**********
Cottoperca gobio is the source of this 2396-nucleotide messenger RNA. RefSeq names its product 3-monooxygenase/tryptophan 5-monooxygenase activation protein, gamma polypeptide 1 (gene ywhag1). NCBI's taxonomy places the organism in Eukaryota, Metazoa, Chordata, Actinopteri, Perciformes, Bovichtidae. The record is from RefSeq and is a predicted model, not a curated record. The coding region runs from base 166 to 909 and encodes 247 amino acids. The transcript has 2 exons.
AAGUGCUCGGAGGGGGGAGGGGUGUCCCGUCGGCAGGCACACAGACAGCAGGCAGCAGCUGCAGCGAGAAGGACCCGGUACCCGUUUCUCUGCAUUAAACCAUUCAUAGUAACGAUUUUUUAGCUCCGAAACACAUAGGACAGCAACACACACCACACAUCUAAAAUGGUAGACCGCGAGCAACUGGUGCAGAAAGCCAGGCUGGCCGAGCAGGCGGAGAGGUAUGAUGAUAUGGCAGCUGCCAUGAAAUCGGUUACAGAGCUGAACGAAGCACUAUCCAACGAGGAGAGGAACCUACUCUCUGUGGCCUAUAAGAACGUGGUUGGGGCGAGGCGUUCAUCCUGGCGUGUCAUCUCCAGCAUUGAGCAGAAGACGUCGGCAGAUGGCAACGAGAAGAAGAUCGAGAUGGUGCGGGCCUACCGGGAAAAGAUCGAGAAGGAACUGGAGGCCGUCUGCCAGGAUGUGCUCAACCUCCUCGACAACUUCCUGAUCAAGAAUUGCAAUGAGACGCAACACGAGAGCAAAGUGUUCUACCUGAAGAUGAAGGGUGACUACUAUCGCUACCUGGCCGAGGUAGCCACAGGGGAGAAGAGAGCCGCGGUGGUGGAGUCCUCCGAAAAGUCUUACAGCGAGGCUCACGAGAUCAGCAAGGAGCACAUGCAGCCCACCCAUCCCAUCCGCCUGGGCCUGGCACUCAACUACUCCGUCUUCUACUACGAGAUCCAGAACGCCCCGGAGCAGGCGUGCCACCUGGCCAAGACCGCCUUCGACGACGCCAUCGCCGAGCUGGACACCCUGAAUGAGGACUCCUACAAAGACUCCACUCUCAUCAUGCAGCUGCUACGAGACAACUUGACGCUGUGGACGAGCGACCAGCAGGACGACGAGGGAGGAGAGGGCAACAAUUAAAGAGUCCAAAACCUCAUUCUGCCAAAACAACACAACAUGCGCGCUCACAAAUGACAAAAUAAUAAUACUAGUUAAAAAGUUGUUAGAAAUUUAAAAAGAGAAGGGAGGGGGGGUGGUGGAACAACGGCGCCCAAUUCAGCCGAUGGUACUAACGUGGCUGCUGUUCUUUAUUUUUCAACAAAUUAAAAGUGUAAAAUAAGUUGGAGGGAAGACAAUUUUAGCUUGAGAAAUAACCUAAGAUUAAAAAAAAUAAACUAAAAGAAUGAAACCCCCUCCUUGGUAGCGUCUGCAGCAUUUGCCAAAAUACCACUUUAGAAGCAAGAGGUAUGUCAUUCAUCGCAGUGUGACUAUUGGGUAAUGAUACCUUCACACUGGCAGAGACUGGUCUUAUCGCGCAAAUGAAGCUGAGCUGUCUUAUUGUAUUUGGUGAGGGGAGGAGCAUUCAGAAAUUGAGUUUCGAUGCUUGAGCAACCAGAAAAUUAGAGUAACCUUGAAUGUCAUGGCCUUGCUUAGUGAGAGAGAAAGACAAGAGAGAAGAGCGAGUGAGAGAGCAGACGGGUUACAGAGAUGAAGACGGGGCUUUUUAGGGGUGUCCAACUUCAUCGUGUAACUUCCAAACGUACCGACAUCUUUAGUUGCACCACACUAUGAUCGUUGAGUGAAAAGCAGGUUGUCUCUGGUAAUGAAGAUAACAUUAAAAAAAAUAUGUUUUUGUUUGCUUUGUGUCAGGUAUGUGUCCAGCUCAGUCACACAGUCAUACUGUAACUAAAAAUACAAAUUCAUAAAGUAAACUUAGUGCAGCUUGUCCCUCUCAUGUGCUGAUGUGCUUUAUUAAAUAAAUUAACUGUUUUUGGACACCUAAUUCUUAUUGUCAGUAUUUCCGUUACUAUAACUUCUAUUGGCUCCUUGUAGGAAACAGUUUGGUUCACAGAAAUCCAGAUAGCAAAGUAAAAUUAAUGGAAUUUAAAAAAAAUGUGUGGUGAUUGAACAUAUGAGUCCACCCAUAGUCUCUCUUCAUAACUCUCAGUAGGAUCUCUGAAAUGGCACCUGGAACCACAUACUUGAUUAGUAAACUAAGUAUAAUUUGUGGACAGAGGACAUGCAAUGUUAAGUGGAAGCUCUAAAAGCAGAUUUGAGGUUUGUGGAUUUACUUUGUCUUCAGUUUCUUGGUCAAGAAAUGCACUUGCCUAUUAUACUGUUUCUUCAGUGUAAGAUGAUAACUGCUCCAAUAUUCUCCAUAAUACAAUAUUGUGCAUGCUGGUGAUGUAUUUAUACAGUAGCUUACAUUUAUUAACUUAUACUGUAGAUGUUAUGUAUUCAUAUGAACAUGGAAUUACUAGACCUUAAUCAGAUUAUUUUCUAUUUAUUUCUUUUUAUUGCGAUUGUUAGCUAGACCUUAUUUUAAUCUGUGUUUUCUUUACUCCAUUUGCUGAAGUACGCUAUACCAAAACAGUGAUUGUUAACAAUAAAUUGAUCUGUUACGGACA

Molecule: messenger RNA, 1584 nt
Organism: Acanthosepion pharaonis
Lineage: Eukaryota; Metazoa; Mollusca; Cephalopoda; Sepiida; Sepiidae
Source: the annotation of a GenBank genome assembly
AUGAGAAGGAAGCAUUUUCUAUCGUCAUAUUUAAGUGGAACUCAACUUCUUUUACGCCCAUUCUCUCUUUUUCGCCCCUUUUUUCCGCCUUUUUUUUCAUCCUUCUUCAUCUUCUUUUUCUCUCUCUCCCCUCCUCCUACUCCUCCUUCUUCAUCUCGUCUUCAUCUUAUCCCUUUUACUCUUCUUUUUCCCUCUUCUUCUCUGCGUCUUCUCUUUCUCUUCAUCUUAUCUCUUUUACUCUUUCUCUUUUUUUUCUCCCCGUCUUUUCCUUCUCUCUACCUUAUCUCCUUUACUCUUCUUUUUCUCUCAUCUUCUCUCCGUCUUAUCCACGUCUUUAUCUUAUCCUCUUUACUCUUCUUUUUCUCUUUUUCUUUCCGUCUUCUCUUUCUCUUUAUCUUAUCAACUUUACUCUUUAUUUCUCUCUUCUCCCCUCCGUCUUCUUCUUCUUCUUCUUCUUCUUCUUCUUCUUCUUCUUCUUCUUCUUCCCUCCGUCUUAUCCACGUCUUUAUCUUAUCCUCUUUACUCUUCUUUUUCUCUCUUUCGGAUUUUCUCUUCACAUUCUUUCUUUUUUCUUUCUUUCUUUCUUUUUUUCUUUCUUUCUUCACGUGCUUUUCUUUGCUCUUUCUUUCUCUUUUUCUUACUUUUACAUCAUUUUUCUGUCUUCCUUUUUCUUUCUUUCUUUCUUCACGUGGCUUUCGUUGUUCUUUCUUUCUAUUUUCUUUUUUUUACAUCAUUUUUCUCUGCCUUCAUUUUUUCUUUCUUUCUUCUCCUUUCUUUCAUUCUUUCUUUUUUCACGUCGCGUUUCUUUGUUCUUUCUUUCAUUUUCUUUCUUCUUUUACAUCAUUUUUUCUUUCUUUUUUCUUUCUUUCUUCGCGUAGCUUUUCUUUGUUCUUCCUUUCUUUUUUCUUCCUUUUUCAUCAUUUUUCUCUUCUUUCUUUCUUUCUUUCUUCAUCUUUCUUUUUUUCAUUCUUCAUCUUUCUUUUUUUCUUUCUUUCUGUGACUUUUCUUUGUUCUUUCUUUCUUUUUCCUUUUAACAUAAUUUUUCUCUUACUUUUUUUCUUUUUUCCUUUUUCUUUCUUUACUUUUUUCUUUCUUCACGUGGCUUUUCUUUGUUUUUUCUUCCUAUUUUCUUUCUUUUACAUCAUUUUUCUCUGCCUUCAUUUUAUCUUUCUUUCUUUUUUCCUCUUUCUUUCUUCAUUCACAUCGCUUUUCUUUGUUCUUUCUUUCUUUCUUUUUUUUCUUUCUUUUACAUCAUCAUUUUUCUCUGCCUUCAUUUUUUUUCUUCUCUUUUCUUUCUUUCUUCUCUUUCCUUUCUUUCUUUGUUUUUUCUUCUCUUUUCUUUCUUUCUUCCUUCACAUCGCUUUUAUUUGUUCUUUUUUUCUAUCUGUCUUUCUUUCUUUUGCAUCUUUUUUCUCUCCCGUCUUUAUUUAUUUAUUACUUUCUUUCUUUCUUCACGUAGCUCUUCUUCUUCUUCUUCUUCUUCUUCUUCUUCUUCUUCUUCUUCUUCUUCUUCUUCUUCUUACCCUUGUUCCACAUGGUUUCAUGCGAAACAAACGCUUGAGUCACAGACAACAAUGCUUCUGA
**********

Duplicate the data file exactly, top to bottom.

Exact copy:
Cottoperca gobio is the source of this 2396-nucleotide messenger RNA. RefSeq names its product 3-monooxygenase/tryptophan 5-monooxygenase activation protein, gamma polypeptide 1 (gene ywhag1). NCBI's taxonomy places the organism in Eukaryota, Metazoa, Chordata, Actinopteri, Perciformes, Bovichtidae. The record is from RefSeq and is a predicted model, not a curated record. The coding region runs from base 166 to 909 and encodes 247 amino acids. The transcript has 2 exons.
AAGUGCUCGGAGGGGGGAGGGGUGUCCCGUCGGCAGGCACACAGACAGCAGGCAGCAGCUGCAGCGAGAAGGACCCGGUACCCGUUUCUCUGCAUUAAACCAUUCAUAGUAACGAUUUUUUAGCUCCGAAACACAUAGGACAGCAACACACACCACACAUCUAAAAUGGUAGACCGCGAGCAACUGGUGCAGAAAGCCAGGCUGGCCGAGCAGGCGGAGAGGUAUGAUGAUAUGGCAGCUGCCAUGAAAUCGGUUACAGAGCUGAACGAAGCACUAUCCAACGAGGAGAGGAACCUACUCUCUGUGGCCUAUAAGAACGUGGUUGGGGCGAGGCGUUCAUCCUGGCGUGUCAUCUCCAGCAUUGAGCAGAAGACGUCGGCAGAUGGCAACGAGAAGAAGAUCGAGAUGGUGCGGGCCUACCGGGAAAAGAUCGAGAAGGAACUGGAGGCCGUCUGCCAGGAUGUGCUCAACCUCCUCGACAACUUCCUGAUCAAGAAUUGCAAUGAGACGCAACACGAGAGCAAAGUGUUCUACCUGAAGAUGAAGGGUGACUACUAUCGCUACCUGGCCGAGGUAGCCACAGGGGAGAAGAGAGCCGCGGUGGUGGAGUCCUCCGAAAAGUCUUACAGCGAGGCUCACGAGAUCAGCAAGGAGCACAUGCAGCCCACCCAUCCCAUCCGCCUGGGCCUGGCACUCAACUACUCCGUCUUCUACUACGAGAUCCAGAACGCCCCGGAGCAGGCGUGCCACCUGGCCAAGACCGCCUUCGACGACGCCAUCGCCGAGCUGGACACCCUGAAUGAGGACUCCUACAAAGACUCCACUCUCAUCAUGCAGCUGCUACGAGACAACUUGACGCUGUGGACGAGCGACCAGCAGGACGACGAGGGAGGAGAGGGCAACAAUUAAAGAGUCCAAAACCUCAUUCUGCCAAAACAACACAACAUGCGCGCUCACAAAUGACAAAAUAAUAAUACUAGUUAAAAAGUUGUUAGAAAUUUAAAAAGAGAAGGGAGGGGGGGUGGUGGAACAACGGCGCCCAAUUCAGCCGAUGGUACUAACGUGGCUGCUGUUCUUUAUUUUUCAACAAAUUAAAAGUGUAAAAUAAGUUGGAGGGAAGACAAUUUUAGCUUGAGAAAUAACCUAAGAUUAAAAAAAAUAAACUAAAAGAAUGAAACCCCCUCCUUGGUAGCGUCUGCAGCAUUUGCCAAAAUACCACUUUAGAAGCAAGAGGUAUGUCAUUCAUCGCAGUGUGACUAUUGGGUAAUGAUACCUUCACACUGGCAGAGACUGGUCUUAUCGCGCAAAUGAAGCUGAGCUGUCUUAUUGUAUUUGGUGAGGGGAGGAGCAUUCAGAAAUUGAGUUUCGAUGCUUGAGCAACCAGAAAAUUAGAGUAACCUUGAAUGUCAUGGCCUUGCUUAGUGAGAGAGAAAGACAAGAGAGAAGAGCGAGUGAGAGAGCAGACGGGUUACAGAGAUGAAGACGGGGCUUUUUAGGGGUGUCCAACUUCAUCGUGUAACUUCCAAACGUACCGACAUCUUUAGUUGCACCACACUAUGAUCGUUGAGUGAAAAGCAGGUUGUCUCUGGUAAUGAAGAUAACAUUAAAAAAAAUAUGUUUUUGUUUGCUUUGUGUCAGGUAUGUGUCCAGCUCAGUCACACAGUCAUACUGUAACUAAAAAUACAAAUUCAUAAAGUAAACUUAGUGCAGCUUGUCCCUCUCAUGUGCUGAUGUGCUUUAUUAAAUAAAUUAACUGUUUUUGGACACCUAAUUCUUAUUGUCAGUAUUUCCGUUACUAUAACUUCUAUUGGCUCCUUGUAGGAAACAGUUUGGUUCACAGAAAUCCAGAUAGCAAAGUAAAAUUAAUGGAAUUUAAAAAAAAUGUGUGGUGAUUGAACAUAUGAGUCCACCCAUAGUCUCUCUUCAUAACUCUCAGUAGGAUCUCUGAAAUGGCACCUGGAACCACAUACUUGAUUAGUAAACUAAGUAUAAUUUGUGGACAGAGGACAUGCAAUGUUAAGUGGAAGCUCUAAAAGCAGAUUUGAGGUUUGUGGAUUUACUUUGUCUUCAGUUUCUUGGUCAAGAAAUGCACUUGCCUAUUAUACUGUUUCUUCAGUGUAAGAUGAUAACUGCUCCAAUAUUCUCCAUAAUACAAUAUUGUGCAUGCUGGUGAUGUAUUUAUACAGUAGCUUACAUUUAUUAACUUAUACUGUAGAUGUUAUGUAUUCAUAUGAACAUGGAAUUACUAGACCUUAAUCAGAUUAUUUUCUAUUUAUUUCUUUUUAUUGCGAUUGUUAGCUAGACCUUAUUUUAAUCUGUGUUUUCUUUACUCCAUUUGCUGAAGUACGCUAUACCAAAACAGUGAUUGUUAACAAUAAAUUGAUCUGUUACGGACA

Molecule: messenger RNA, 1584 nt
Organism: Acanthosepion pharaonis
Lineage: Eukaryota; Metazoa; Mollusca; Cephalopoda; Sepiida; Sepiidae
Source: the annotation of a GenBank genome assembly
AUGAGAAGGAAGCAUUUUCUAUCGUCAUAUUUAAGUGGAACUCAACUUCUUUUACGCCCAUUCUCUCUUUUUCGCCCCUUUUUUCCGCCUUUUUUUUCAUCCUUCUUCAUCUUCUUUUUCUCUCUCUCCCCUCCUCCUACUCCUCCUUCUUCAUCUCGUCUUCAUCUUAUCCCUUUUACUCUUCUUUUUCCCUCUUCUUCUCUGCGUCUUCUCUUUCUCUUCAUCUUAUCUCUUUUACUCUUUCUCUUUUUUUUCUCCCCGUCUUUUCCUUCUCUCUACCUUAUCUCCUUUACUCUUCUUUUUCUCUCAUCUUCUCUCCGUCUUAUCCACGUCUUUAUCUUAUCCUCUUUACUCUUCUUUUUCUCUUUUUCUUUCCGUCUUCUCUUUCUCUUUAUCUUAUCAACUUUACUCUUUAUUUCUCUCUUCUCCCCUCCGUCUUCUUCUUCUUCUUCUUCUUCUUCUUCUUCUUCUUCUUCUUCUUCUUCCCUCCGUCUUAUCCACGUCUUUAUCUUAUCCUCUUUACUCUUCUUUUUCUCUCUUUCGGAUUUUCUCUUCACAUUCUUUCUUUUUUCUUUCUUUCUUUCUUUUUUUCUUUCUUUCUUCACGUGCUUUUCUUUGCUCUUUCUUUCUCUUUUUCUUACUUUUACAUCAUUUUUCUGUCUUCCUUUUUCUUUCUUUCUUUCUUCACGUGGCUUUCGUUGUUCUUUCUUUCUAUUUUCUUUUUUUUACAUCAUUUUUCUCUGCCUUCAUUUUUUCUUUCUUUCUUCUCCUUUCUUUCAUUCUUUCUUUUUUCACGUCGCGUUUCUUUGUUCUUUCUUUCAUUUUCUUUCUUCUUUUACAUCAUUUUUUCUUUCUUUUUUCUUUCUUUCUUCGCGUAGCUUUUCUUUGUUCUUCCUUUCUUUUUUCUUCCUUUUUCAUCAUUUUUCUCUUCUUUCUUUCUUUCUUUCUUCAUCUUUCUUUUUUUCAUUCUUCAUCUUUCUUUUUUUCUUUCUUUCUGUGACUUUUCUUUGUUCUUUCUUUCUUUUUCCUUUUAACAUAAUUUUUCUCUUACUUUUUUUCUUUUUUCCUUUUUCUUUCUUUACUUUUUUCUUUCUUCACGUGGCUUUUCUUUGUUUUUUCUUCCUAUUUUCUUUCUUUUACAUCAUUUUUCUCUGCCUUCAUUUUAUCUUUCUUUCUUUUUUCCUCUUUCUUUCUUCAUUCACAUCGCUUUUCUUUGUUCUUUCUUUCUUUCUUUUUUUUCUUUCUUUUACAUCAUCAUUUUUCUCUGCCUUCAUUUUUUUUCUUCUCUUUUCUUUCUUUCUUCUCUUUCCUUUCUUUCUUUGUUUUUUCUUCUCUUUUCUUUCUUUCUUCCUUCACAUCGCUUUUAUUUGUUCUUUUUUUCUAUCUGUCUUUCUUUCUUUUGCAUCUUUUUUCUCUCCCGUCUUUAUUUAUUUAUUACUUUCUUUCUUUCUUCACGUAGCUCUUCUUCUUCUUCUUCUUCUUCUUCUUCUUCUUCUUCUUCUUCUUCUUCUUCUUCUUCUUACCCUUGUUCCACAUGGUUUCAUGCGAAACAAACGCUUGAGUCACAGACAACAAUGCUUCUGA